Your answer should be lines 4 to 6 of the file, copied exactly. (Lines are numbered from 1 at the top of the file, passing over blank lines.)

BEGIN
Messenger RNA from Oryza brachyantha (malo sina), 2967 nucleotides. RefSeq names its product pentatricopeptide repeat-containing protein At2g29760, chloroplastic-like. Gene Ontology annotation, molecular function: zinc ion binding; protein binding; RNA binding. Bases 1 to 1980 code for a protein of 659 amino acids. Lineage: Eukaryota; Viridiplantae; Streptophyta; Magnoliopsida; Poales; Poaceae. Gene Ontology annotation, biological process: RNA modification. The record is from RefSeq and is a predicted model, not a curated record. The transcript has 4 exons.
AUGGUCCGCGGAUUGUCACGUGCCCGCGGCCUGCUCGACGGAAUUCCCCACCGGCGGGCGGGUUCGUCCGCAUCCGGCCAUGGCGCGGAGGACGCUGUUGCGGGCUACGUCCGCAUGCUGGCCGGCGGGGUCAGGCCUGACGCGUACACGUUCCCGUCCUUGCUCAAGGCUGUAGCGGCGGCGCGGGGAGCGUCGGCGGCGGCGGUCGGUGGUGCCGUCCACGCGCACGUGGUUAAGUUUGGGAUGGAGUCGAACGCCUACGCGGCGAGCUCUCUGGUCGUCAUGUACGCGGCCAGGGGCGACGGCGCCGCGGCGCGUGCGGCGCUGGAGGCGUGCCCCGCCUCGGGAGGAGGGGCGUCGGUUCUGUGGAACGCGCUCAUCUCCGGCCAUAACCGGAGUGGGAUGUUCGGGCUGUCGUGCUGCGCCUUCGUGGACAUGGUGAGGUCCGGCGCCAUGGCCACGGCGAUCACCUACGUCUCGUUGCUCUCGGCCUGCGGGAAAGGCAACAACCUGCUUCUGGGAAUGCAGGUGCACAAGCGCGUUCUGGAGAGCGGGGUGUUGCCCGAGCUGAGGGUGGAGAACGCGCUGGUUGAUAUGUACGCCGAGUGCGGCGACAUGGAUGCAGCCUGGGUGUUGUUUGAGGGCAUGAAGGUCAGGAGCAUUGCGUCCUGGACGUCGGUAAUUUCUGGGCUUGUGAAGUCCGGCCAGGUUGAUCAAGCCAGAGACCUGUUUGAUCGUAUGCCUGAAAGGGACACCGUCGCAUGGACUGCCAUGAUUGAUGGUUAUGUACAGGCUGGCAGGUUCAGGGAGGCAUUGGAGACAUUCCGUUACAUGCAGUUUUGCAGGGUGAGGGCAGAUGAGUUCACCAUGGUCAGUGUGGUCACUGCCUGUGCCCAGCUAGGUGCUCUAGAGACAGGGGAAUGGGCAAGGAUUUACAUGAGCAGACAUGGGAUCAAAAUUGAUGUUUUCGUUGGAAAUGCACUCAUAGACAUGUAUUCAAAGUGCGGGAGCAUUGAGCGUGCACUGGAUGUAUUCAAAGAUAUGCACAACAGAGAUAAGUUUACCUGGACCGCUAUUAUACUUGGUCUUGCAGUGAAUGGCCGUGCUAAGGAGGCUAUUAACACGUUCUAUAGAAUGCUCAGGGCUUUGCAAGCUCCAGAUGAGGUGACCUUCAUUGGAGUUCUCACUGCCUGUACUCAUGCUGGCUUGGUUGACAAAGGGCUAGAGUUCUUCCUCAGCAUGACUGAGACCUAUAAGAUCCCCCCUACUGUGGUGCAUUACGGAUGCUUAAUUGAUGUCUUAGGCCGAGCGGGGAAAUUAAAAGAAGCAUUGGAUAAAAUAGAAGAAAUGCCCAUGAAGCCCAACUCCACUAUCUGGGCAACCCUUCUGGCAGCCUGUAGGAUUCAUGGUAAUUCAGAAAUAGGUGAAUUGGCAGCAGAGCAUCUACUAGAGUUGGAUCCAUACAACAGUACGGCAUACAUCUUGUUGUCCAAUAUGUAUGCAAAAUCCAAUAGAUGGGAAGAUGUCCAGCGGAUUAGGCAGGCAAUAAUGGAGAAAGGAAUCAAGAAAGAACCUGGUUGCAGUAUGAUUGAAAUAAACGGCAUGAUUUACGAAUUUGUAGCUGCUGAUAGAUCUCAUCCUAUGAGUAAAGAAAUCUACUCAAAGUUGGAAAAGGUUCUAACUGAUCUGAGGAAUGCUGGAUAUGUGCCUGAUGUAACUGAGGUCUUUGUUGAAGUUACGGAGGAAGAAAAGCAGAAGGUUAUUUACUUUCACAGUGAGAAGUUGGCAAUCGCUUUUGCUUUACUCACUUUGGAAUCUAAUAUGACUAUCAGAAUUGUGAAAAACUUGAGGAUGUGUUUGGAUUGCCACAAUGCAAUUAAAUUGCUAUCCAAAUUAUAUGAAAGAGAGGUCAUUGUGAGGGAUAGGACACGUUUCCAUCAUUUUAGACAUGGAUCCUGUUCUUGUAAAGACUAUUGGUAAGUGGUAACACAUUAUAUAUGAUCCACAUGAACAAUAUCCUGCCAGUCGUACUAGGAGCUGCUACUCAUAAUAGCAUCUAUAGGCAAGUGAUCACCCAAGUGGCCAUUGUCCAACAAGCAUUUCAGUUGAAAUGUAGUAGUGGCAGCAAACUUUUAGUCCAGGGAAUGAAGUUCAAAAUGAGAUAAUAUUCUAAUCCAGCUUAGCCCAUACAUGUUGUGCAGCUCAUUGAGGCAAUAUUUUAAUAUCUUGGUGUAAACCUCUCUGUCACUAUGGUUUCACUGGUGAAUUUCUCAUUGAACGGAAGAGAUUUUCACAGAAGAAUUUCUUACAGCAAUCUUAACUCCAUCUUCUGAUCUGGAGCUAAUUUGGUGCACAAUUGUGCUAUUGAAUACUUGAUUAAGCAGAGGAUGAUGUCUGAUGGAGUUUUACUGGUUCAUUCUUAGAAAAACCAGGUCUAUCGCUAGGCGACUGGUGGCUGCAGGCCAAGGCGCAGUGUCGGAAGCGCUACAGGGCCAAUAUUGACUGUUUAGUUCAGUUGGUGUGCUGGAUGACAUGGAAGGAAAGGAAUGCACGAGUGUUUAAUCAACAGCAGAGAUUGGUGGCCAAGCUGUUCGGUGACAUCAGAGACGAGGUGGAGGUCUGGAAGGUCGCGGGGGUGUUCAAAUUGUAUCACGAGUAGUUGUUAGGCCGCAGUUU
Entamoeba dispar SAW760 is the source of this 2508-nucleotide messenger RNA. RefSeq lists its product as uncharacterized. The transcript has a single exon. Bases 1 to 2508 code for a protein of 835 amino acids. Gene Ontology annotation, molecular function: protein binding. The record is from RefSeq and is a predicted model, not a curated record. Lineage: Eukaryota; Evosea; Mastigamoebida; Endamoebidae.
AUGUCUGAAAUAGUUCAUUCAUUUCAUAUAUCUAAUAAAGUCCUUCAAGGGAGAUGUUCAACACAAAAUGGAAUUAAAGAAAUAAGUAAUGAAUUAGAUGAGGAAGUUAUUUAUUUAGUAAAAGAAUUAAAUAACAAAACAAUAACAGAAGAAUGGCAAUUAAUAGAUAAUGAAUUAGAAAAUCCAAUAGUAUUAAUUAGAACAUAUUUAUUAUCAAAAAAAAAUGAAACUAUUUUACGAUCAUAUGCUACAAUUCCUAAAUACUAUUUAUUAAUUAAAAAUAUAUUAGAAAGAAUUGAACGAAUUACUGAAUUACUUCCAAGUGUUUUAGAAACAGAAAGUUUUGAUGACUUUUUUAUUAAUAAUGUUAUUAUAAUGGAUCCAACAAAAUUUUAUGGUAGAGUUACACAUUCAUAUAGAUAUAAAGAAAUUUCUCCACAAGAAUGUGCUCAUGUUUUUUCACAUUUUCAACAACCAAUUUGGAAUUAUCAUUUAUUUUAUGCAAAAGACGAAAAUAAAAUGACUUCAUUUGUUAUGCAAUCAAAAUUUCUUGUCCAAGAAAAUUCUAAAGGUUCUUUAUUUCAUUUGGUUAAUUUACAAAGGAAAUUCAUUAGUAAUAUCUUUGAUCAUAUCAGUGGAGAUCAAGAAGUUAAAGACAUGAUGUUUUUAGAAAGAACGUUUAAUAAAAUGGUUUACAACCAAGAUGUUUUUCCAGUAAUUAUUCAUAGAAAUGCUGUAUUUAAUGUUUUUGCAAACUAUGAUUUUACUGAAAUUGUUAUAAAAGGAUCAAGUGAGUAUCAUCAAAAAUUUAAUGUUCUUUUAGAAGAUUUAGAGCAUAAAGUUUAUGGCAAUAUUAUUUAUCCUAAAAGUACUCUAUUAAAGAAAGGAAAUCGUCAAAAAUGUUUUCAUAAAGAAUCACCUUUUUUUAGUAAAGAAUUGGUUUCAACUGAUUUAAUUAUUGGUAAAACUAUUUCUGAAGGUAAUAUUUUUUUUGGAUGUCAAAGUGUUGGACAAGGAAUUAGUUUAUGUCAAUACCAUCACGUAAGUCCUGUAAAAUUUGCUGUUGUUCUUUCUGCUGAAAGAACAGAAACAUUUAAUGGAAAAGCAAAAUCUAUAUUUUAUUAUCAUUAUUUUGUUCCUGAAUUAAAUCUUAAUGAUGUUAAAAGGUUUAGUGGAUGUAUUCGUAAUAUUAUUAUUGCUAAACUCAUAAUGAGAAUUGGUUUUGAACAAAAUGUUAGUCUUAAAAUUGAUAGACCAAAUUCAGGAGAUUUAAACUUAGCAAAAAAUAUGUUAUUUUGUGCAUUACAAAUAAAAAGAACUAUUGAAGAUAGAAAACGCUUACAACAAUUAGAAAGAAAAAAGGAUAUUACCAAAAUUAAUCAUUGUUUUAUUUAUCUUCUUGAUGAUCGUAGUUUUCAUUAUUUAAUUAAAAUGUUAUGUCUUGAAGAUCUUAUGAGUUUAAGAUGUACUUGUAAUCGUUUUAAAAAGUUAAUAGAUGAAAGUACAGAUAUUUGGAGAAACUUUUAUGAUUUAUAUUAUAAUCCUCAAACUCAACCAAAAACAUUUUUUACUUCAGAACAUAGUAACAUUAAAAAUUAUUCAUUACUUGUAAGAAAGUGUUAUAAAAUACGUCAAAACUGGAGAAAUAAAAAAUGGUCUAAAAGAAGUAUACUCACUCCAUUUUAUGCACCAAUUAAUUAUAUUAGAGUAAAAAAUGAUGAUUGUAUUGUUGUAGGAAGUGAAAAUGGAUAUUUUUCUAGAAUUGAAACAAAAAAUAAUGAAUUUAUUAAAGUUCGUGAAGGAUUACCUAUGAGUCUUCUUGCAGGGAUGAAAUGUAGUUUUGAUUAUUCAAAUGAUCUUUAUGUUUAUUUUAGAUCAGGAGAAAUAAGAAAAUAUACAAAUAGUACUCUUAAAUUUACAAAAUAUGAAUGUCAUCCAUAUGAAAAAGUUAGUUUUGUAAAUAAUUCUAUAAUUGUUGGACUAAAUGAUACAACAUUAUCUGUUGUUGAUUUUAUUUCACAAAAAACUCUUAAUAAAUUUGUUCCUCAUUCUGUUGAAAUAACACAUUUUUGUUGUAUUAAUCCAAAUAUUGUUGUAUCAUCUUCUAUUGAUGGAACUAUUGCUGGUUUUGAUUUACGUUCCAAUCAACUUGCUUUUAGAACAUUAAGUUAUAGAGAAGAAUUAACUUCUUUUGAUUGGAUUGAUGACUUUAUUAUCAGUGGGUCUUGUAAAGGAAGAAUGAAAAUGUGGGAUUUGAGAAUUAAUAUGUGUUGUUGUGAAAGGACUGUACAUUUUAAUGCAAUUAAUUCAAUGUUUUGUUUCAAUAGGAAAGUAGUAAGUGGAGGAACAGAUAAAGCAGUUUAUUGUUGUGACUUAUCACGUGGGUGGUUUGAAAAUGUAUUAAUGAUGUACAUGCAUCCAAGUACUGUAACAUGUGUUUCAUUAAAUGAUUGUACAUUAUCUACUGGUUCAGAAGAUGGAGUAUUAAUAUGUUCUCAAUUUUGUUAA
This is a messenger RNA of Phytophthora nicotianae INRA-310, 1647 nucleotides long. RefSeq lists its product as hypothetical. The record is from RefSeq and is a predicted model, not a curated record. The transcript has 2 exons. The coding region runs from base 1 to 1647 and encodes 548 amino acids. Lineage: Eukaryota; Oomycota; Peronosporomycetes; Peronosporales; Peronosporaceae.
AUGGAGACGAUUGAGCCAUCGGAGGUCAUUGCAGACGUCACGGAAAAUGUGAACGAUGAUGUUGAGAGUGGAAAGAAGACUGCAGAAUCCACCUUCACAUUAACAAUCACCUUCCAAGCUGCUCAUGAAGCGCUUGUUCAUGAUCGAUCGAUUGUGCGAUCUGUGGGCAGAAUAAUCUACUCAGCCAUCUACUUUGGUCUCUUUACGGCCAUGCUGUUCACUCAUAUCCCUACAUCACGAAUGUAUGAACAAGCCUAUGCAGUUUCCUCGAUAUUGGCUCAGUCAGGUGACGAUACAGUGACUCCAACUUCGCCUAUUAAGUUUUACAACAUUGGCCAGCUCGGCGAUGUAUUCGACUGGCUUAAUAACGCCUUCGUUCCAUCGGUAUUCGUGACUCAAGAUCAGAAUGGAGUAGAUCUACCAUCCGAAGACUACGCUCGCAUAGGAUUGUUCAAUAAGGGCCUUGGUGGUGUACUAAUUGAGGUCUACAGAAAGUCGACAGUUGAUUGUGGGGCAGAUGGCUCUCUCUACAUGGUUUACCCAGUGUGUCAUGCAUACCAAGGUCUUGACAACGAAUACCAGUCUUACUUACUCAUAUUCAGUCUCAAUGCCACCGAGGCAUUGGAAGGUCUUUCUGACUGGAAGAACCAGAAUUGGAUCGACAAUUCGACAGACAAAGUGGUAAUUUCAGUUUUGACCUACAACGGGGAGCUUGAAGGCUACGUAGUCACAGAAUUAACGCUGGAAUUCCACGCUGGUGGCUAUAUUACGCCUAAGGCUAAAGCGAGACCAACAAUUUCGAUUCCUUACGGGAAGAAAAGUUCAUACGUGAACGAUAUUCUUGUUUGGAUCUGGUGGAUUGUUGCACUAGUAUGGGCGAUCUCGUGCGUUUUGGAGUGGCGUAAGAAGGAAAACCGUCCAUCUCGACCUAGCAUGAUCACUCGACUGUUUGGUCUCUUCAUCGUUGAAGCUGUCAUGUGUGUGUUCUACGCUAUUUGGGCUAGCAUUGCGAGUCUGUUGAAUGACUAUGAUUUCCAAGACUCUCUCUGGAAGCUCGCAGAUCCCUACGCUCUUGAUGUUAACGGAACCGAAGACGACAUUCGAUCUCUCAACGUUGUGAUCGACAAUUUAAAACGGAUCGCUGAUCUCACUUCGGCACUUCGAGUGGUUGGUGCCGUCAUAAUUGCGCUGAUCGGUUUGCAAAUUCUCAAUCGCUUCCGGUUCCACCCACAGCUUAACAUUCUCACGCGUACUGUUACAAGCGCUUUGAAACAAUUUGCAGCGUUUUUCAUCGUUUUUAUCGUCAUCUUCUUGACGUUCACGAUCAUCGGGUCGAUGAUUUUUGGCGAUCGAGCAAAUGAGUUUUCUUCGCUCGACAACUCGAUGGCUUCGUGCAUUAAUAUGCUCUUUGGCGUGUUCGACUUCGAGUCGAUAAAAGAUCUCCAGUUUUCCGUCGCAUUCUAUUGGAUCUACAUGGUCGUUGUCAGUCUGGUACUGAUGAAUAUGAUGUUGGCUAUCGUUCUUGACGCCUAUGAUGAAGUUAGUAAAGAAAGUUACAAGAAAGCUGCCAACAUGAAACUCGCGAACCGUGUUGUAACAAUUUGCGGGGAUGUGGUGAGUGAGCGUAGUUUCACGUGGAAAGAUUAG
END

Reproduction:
AUGUCUGAAAUAGUUCAUUCAUUUCAUAUAUCUAAUAAAGUCCUUCAAGGGAGAUGUUCAACACAAAAUGGAAUUAAAGAAAUAAGUAAUGAAUUAGAUGAGGAAGUUAUUUAUUUAGUAAAAGAAUUAAAUAACAAAACAAUAACAGAAGAAUGGCAAUUAAUAGAUAAUGAAUUAGAAAAUCCAAUAGUAUUAAUUAGAACAUAUUUAUUAUCAAAAAAAAAUGAAACUAUUUUACGAUCAUAUGCUACAAUUCCUAAAUACUAUUUAUUAAUUAAAAAUAUAUUAGAAAGAAUUGAACGAAUUACUGAAUUACUUCCAAGUGUUUUAGAAACAGAAAGUUUUGAUGACUUUUUUAUUAAUAAUGUUAUUAUAAUGGAUCCAACAAAAUUUUAUGGUAGAGUUACACAUUCAUAUAGAUAUAAAGAAAUUUCUCCACAAGAAUGUGCUCAUGUUUUUUCACAUUUUCAACAACCAAUUUGGAAUUAUCAUUUAUUUUAUGCAAAAGACGAAAAUAAAAUGACUUCAUUUGUUAUGCAAUCAAAAUUUCUUGUCCAAGAAAAUUCUAAAGGUUCUUUAUUUCAUUUGGUUAAUUUACAAAGGAAAUUCAUUAGUAAUAUCUUUGAUCAUAUCAGUGGAGAUCAAGAAGUUAAAGACAUGAUGUUUUUAGAAAGAACGUUUAAUAAAAUGGUUUACAACCAAGAUGUUUUUCCAGUAAUUAUUCAUAGAAAUGCUGUAUUUAAUGUUUUUGCAAACUAUGAUUUUACUGAAAUUGUUAUAAAAGGAUCAAGUGAGUAUCAUCAAAAAUUUAAUGUUCUUUUAGAAGAUUUAGAGCAUAAAGUUUAUGGCAAUAUUAUUUAUCCUAAAAGUACUCUAUUAAAGAAAGGAAAUCGUCAAAAAUGUUUUCAUAAAGAAUCACCUUUUUUUAGUAAAGAAUUGGUUUCAACUGAUUUAAUUAUUGGUAAAACUAUUUCUGAAGGUAAUAUUUUUUUUGGAUGUCAAAGUGUUGGACAAGGAAUUAGUUUAUGUCAAUACCAUCACGUAAGUCCUGUAAAAUUUGCUGUUGUUCUUUCUGCUGAAAGAACAGAAACAUUUAAUGGAAAAGCAAAAUCUAUAUUUUAUUAUCAUUAUUUUGUUCCUGAAUUAAAUCUUAAUGAUGUUAAAAGGUUUAGUGGAUGUAUUCGUAAUAUUAUUAUUGCUAAACUCAUAAUGAGAAUUGGUUUUGAACAAAAUGUUAGUCUUAAAAUUGAUAGACCAAAUUCAGGAGAUUUAAACUUAGCAAAAAAUAUGUUAUUUUGUGCAUUACAAAUAAAAAGAACUAUUGAAGAUAGAAAACGCUUACAACAAUUAGAAAGAAAAAAGGAUAUUACCAAAAUUAAUCAUUGUUUUAUUUAUCUUCUUGAUGAUCGUAGUUUUCAUUAUUUAAUUAAAAUGUUAUGUCUUGAAGAUCUUAUGAGUUUAAGAUGUACUUGUAAUCGUUUUAAAAAGUUAAUAGAUGAAAGUACAGAUAUUUGGAGAAACUUUUAUGAUUUAUAUUAUAAUCCUCAAACUCAACCAAAAACAUUUUUUACUUCAGAACAUAGUAACAUUAAAAAUUAUUCAUUACUUGUAAGAAAGUGUUAUAAAAUACGUCAAAACUGGAGAAAUAAAAAAUGGUCUAAAAGAAGUAUACUCACUCCAUUUUAUGCACCAAUUAAUUAUAUUAGAGUAAAAAAUGAUGAUUGUAUUGUUGUAGGAAGUGAAAAUGGAUAUUUUUCUAGAAUUGAAACAAAAAAUAAUGAAUUUAUUAAAGUUCGUGAAGGAUUACCUAUGAGUCUUCUUGCAGGGAUGAAAUGUAGUUUUGAUUAUUCAAAUGAUCUUUAUGUUUAUUUUAGAUCAGGAGAAAUAAGAAAAUAUACAAAUAGUACUCUUAAAUUUACAAAAUAUGAAUGUCAUCCAUAUGAAAAAGUUAGUUUUGUAAAUAAUUCUAUAAUUGUUGGACUAAAUGAUACAACAUUAUCUGUUGUUGAUUUUAUUUCACAAAAAACUCUUAAUAAAUUUGUUCCUCAUUCUGUUGAAAUAACACAUUUUUGUUGUAUUAAUCCAAAUAUUGUUGUAUCAUCUUCUAUUGAUGGAACUAUUGCUGGUUUUGAUUUACGUUCCAAUCAACUUGCUUUUAGAACAUUAAGUUAUAGAGAAGAAUUAACUUCUUUUGAUUGGAUUGAUGACUUUAUUAUCAGUGGGUCUUGUAAAGGAAGAAUGAAAAUGUGGGAUUUGAGAAUUAAUAUGUGUUGUUGUGAAAGGACUGUACAUUUUAAUGCAAUUAAUUCAAUGUUUUGUUUCAAUAGGAAAGUAGUAAGUGGAGGAACAGAUAAAGCAGUUUAUUGUUGUGACUUAUCACGUGGGUGGUUUGAAAAUGUAUUAAUGAUGUACAUGCAUCCAAGUACUGUAACAUGUGUUUCAUUAAAUGAUUGUACAUUAUCUACUGGUUCAGAAGAUGGAGUAUUAAUAUGUUCUCAAUUUUGUUAA
This is a messenger RNA of Phytophthora nicotianae INRA-310, 1647 nucleotides long. RefSeq lists its product as hypothetical. The record is from RefSeq and is a predicted model, not a curated record. The transcript has 2 exons. The coding region runs from base 1 to 1647 and encodes 548 amino acids. Lineage: Eukaryota; Oomycota; Peronosporomycetes; Peronosporales; Peronosporaceae.
AUGGAGACGAUUGAGCCAUCGGAGGUCAUUGCAGACGUCACGGAAAAUGUGAACGAUGAUGUUGAGAGUGGAAAGAAGACUGCAGAAUCCACCUUCACAUUAACAAUCACCUUCCAAGCUGCUCAUGAAGCGCUUGUUCAUGAUCGAUCGAUUGUGCGAUCUGUGGGCAGAAUAAUCUACUCAGCCAUCUACUUUGGUCUCUUUACGGCCAUGCUGUUCACUCAUAUCCCUACAUCACGAAUGUAUGAACAAGCCUAUGCAGUUUCCUCGAUAUUGGCUCAGUCAGGUGACGAUACAGUGACUCCAACUUCGCCUAUUAAGUUUUACAACAUUGGCCAGCUCGGCGAUGUAUUCGACUGGCUUAAUAACGCCUUCGUUCCAUCGGUAUUCGUGACUCAAGAUCAGAAUGGAGUAGAUCUACCAUCCGAAGACUACGCUCGCAUAGGAUUGUUCAAUAAGGGCCUUGGUGGUGUACUAAUUGAGGUCUACAGAAAGUCGACAGUUGAUUGUGGGGCAGAUGGCUCUCUCUACAUGGUUUACCCAGUGUGUCAUGCAUACCAAGGUCUUGACAACGAAUACCAGUCUUACUUACUCAUAUUCAGUCUCAAUGCCACCGAGGCAUUGGAAGGUCUUUCUGACUGGAAGAACCAGAAUUGGAUCGACAAUUCGACAGACAAAGUGGUAAUUUCAGUUUUGACCUACAACGGGGAGCUUGAAGGCUACGUAGUCACAGAAUUAACGCUGGAAUUCCACGCUGGUGGCUAUAUUACGCCUAAGGCUAAAGCGAGACCAACAAUUUCGAUUCCUUACGGGAAGAAAAGUUCAUACGUGAACGAUAUUCUUGUUUGGAUCUGGUGGAUUGUUGCACUAGUAUGGGCGAUCUCGUGCGUUUUGGAGUGGCGUAAGAAGGAAAACCGUCCAUCUCGACCUAGCAUGAUCACUCGACUGUUUGGUCUCUUCAUCGUUGAAGCUGUCAUGUGUGUGUUCUACGCUAUUUGGGCUAGCAUUGCGAGUCUGUUGAAUGACUAUGAUUUCCAAGACUCUCUCUGGAAGCUCGCAGAUCCCUACGCUCUUGAUGUUAACGGAACCGAAGACGACAUUCGAUCUCUCAACGUUGUGAUCGACAAUUUAAAACGGAUCGCUGAUCUCACUUCGGCACUUCGAGUGGUUGGUGCCGUCAUAAUUGCGCUGAUCGGUUUGCAAAUUCUCAAUCGCUUCCGGUUCCACCCACAGCUUAACAUUCUCACGCGUACUGUUACAAGCGCUUUGAAACAAUUUGCAGCGUUUUUCAUCGUUUUUAUCGUCAUCUUCUUGACGUUCACGAUCAUCGGGUCGAUGAUUUUUGGCGAUCGAGCAAAUGAGUUUUCUUCGCUCGACAACUCGAUGGCUUCGUGCAUUAAUAUGCUCUUUGGCGUGUUCGACUUCGAGUCGAUAAAAGAUCUCCAGUUUUCCGUCGCAUUCUAUUGGAUCUACAUGGUCGUUGUCAGUCUGGUACUGAUGAAUAUGAUGUUGGCUAUCGUUCUUGACGCCUAUGAUGAAGUUAGUAAAGAAAGUUACAAGAAAGCUGCCAACAUGAAACUCGCGAACCGUGUUGUAACAAUUUGCGGGGAUGUGGUGAGUGAGCGUAGUUUCACGUGGAAAGAUUAG